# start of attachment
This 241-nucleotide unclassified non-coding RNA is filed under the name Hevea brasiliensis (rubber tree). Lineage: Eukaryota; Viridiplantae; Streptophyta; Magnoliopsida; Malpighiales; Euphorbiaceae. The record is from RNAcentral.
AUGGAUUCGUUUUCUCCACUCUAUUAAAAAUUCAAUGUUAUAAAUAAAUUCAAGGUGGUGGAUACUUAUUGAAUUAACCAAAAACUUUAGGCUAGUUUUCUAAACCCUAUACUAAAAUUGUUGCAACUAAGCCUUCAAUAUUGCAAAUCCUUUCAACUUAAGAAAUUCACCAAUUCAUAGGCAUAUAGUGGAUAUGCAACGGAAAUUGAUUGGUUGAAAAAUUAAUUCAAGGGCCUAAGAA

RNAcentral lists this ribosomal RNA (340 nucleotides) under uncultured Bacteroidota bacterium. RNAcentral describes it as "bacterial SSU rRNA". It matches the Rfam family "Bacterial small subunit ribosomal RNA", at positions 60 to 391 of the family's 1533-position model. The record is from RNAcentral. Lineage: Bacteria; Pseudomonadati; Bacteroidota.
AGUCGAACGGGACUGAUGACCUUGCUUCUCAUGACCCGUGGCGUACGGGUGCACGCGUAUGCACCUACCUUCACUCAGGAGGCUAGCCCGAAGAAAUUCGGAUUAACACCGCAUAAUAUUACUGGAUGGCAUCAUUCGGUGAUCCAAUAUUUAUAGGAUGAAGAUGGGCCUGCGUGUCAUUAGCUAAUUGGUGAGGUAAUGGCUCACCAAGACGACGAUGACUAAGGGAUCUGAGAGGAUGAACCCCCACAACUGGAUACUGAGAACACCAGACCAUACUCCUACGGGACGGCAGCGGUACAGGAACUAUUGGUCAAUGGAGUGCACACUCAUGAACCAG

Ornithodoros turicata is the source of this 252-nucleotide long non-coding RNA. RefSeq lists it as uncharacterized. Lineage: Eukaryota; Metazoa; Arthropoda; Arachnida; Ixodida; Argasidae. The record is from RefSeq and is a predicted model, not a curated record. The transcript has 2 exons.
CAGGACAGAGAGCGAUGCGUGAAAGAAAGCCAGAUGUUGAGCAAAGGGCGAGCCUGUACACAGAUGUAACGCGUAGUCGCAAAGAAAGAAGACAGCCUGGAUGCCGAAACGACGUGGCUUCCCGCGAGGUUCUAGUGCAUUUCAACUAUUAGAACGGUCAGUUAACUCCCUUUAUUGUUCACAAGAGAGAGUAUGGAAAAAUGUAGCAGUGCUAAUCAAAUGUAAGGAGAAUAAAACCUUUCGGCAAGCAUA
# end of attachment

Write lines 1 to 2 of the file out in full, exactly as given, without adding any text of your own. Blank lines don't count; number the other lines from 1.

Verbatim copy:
This 241-nucleotide unclassified non-coding RNA is filed under the name Hevea brasiliensis (rubber tree). Lineage: Eukaryota; Viridiplantae; Streptophyta; Magnoliopsida; Malpighiales; Euphorbiaceae. The record is from RNAcentral.
AUGGAUUCGUUUUCUCCACUCUAUUAAAAAUUCAAUGUUAUAAAUAAAUUCAAGGUGGUGGAUACUUAUUGAAUUAACCAAAAACUUUAGGCUAGUUUUCUAAACCCUAUACUAAAAUUGUUGCAACUAAGCCUUCAAUAUUGCAAAUCCUUUCAACUUAAGAAAUUCACCAAUUCAUAGGCAUAUAGUGGAUAUGCAACGGAAAUUGAUUGGUUGAAAAAUUAAUUCAAGGGCCUAAGAA